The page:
Day 24, what of the non-Hatcher’s?

Discussion in 'Incubating & Hatching Eggs' started by ENGEC35, Mar 29, 2018.

  1. ENGEC35

    ENGEC35 In the Brooder

    69
    9
    38
    Mar 16, 2018
    image.jpg C16A957A-AFD5-4F31-9D8C-EEF482676818.jpeg
    Hi all! We are super excited tonight, watching one of our set pipping himself out of his shell. Just the early stages— he popped last night the first time and now he’s got enough of the shell out that we can see his little face when he pips :jumpy

    There was another egg that had an external pip right in the air cell line, (thankful!),:bow and he must have pulled sometime between 1am and 6am. No further progress from him other than the one pip.

    The others (5/7) haven’t shown any hatching signs yet.:oops:

    But 1/7: I dropped, day 18, cracks along the shell but no membrane damage. I worry It was dropped, maybe not viable.:hit

    And another 1/7 we thought smelled rank and looked a little too empty, almost tossed on day 22, saved because we were afraid of being wrong. :fl

    So, 3/7 remaining, hopefully all strong little chicks by now, still remain.:love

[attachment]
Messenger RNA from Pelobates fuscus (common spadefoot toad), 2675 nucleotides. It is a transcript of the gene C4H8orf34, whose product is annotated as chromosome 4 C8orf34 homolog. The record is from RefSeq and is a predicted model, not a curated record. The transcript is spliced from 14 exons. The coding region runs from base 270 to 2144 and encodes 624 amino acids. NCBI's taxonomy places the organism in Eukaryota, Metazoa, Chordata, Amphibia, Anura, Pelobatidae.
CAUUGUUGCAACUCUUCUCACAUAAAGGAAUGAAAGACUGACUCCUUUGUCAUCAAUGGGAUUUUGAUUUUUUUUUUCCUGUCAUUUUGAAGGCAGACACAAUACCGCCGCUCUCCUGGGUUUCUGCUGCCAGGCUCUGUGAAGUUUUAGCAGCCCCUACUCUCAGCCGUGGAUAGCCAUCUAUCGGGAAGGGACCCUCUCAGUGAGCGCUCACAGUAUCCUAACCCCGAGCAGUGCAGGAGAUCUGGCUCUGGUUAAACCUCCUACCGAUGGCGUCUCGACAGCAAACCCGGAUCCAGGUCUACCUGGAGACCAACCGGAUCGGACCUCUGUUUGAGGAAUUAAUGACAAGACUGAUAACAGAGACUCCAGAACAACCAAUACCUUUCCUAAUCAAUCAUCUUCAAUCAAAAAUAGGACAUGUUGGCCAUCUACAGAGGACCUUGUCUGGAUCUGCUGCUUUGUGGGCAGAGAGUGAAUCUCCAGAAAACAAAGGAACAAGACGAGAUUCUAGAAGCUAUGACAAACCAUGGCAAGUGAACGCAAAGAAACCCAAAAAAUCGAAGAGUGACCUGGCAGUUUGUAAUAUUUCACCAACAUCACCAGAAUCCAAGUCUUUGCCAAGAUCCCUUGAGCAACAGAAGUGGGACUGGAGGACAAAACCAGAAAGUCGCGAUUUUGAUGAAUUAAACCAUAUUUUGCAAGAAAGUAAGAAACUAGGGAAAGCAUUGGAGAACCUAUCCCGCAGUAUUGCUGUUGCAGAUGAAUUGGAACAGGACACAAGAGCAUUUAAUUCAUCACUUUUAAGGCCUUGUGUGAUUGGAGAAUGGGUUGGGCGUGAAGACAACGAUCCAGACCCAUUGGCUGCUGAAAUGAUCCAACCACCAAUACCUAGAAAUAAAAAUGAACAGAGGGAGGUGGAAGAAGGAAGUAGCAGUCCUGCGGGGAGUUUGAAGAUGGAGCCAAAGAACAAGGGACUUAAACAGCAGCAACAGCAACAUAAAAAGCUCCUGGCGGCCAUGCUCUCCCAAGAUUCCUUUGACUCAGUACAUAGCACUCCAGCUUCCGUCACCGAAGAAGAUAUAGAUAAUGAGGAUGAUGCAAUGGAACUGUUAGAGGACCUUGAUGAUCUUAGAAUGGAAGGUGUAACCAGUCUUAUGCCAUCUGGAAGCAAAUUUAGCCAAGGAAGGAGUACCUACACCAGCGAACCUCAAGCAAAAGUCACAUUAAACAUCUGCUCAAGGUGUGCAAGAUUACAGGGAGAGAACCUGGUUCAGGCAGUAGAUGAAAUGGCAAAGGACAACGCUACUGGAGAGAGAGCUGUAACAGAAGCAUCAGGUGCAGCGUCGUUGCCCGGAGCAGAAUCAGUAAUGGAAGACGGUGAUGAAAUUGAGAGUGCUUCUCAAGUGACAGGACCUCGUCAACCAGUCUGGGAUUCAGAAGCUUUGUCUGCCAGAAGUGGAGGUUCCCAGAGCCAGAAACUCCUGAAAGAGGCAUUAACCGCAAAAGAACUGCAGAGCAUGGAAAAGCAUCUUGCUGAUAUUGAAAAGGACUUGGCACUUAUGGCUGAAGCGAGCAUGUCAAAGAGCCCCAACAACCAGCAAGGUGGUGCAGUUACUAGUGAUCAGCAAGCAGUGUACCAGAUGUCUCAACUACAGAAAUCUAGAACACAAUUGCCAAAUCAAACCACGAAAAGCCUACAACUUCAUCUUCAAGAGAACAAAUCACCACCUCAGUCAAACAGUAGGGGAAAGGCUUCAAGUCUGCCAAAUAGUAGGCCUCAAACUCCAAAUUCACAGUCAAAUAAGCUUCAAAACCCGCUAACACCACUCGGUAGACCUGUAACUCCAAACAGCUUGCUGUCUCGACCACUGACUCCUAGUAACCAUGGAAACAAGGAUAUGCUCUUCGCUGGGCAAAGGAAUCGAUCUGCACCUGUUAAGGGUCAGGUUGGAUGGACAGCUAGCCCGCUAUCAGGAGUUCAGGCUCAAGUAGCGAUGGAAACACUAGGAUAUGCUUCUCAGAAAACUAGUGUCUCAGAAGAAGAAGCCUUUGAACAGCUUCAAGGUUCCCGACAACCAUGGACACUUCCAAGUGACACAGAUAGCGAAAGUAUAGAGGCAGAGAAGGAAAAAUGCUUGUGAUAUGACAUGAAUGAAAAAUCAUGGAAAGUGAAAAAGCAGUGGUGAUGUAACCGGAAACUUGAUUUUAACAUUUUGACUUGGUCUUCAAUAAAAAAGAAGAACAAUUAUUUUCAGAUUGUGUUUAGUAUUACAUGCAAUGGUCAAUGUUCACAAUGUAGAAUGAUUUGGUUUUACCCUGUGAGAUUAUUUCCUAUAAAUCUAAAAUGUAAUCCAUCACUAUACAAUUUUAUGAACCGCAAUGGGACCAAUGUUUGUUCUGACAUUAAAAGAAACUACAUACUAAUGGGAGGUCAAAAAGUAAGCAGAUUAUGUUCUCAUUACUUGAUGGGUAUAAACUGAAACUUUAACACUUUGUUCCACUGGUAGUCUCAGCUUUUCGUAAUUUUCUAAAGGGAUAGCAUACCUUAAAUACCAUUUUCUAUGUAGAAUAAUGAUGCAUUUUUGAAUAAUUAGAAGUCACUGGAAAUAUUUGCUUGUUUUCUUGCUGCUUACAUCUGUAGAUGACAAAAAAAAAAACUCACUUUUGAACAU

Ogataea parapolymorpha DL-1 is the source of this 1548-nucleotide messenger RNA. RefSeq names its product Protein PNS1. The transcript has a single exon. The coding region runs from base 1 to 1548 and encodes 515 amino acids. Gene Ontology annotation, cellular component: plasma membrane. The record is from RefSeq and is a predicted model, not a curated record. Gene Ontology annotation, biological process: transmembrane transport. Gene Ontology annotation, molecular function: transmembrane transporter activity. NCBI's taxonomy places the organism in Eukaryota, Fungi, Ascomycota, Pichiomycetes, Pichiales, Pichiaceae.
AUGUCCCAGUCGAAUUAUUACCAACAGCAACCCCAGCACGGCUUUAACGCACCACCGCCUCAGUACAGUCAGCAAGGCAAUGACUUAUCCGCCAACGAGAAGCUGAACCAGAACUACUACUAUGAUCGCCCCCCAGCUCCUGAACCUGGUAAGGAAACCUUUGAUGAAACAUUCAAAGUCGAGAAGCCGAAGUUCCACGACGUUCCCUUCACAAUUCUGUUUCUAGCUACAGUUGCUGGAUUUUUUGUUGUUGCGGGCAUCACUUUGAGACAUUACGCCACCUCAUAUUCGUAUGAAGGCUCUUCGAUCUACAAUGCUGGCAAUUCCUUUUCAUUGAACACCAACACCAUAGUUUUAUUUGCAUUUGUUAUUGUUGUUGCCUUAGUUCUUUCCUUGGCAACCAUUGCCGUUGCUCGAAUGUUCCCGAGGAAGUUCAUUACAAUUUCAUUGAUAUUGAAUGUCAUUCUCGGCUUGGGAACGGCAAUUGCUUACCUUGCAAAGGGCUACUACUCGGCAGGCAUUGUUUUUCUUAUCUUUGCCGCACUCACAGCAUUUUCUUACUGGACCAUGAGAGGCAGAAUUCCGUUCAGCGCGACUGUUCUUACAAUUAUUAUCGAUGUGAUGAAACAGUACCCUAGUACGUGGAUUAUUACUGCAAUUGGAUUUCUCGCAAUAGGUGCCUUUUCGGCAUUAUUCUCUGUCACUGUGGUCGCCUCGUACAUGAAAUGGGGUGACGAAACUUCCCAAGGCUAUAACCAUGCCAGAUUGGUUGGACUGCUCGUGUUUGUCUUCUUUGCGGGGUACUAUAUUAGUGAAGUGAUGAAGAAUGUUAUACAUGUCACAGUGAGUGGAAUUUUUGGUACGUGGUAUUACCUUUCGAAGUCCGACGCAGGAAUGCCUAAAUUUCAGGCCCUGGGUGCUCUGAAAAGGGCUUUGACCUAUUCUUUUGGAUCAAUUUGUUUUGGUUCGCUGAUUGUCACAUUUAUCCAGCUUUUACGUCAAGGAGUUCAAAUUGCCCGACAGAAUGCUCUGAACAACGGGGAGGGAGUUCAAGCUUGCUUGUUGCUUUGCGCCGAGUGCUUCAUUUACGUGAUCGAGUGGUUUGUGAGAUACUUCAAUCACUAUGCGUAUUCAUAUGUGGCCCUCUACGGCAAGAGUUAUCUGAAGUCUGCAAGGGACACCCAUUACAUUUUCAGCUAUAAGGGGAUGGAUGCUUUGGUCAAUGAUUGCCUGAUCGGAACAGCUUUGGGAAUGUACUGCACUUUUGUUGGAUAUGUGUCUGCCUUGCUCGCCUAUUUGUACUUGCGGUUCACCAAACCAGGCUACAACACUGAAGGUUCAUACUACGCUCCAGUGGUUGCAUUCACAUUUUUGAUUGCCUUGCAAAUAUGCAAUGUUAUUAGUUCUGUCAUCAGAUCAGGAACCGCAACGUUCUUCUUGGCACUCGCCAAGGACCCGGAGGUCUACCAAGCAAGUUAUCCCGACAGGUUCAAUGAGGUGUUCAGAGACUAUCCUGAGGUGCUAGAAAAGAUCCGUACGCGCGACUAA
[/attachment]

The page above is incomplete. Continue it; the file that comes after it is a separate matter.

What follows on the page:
But because it’s so late— day 24— is there a point when we should give up hope on the rest?:idunno

    A little backstory— we had humidity between 75-90% for the first 12/13 days by accident. We didn’t have a gauge. Actually, It probably fluctuated a lot more than just that.

    Also, they are shipped eggs so the air cells were saddled in the majority.

    Hoping this just delayed hatch timeframes but I would like the opinion of the more experienced!

    Thank you!
     
  2. JaeG

    JaeG Crossing the Road

    5,320
    12,856
    801
    Sep 29, 2014
    New Zealand
    It's normal for chicks to externally pip and sit for around 24 hours (on average) as they absorb the remaining yolk and blood that has been running through the veins in the membrane. Sounds like the eggs coped with a higher humidity if some have externally pipped. If eggs don't lose enough moisture the chick will pip into the air cell and run out of oxygen before being able to make an external pip.

    If none of the other eggs have pipped by the time your active ones have hatched I would candle to see what's going on. Good eggs will be full and dark under the air cell. Chicks that have died sink towards the narrow end of the egg and there will be a watery gap between the air cell and dead embryo. If the chick has internally pipped you'll see its shadow in the air cell. You should see it moving. If it's still then it has unfortunately died.

    If that egg is smelly I would remove it. Losing one is much better than having it exploding in the incubator and contaminating the other eggs, potentially killing them due to the bad bacteria they will get showered with.

    Good luck with your hatch and ask away if there's anything else you need to know.
     
    ENGEC35 and Nurtureright360 like this.

BackYard Chickens is proudly sponsored by: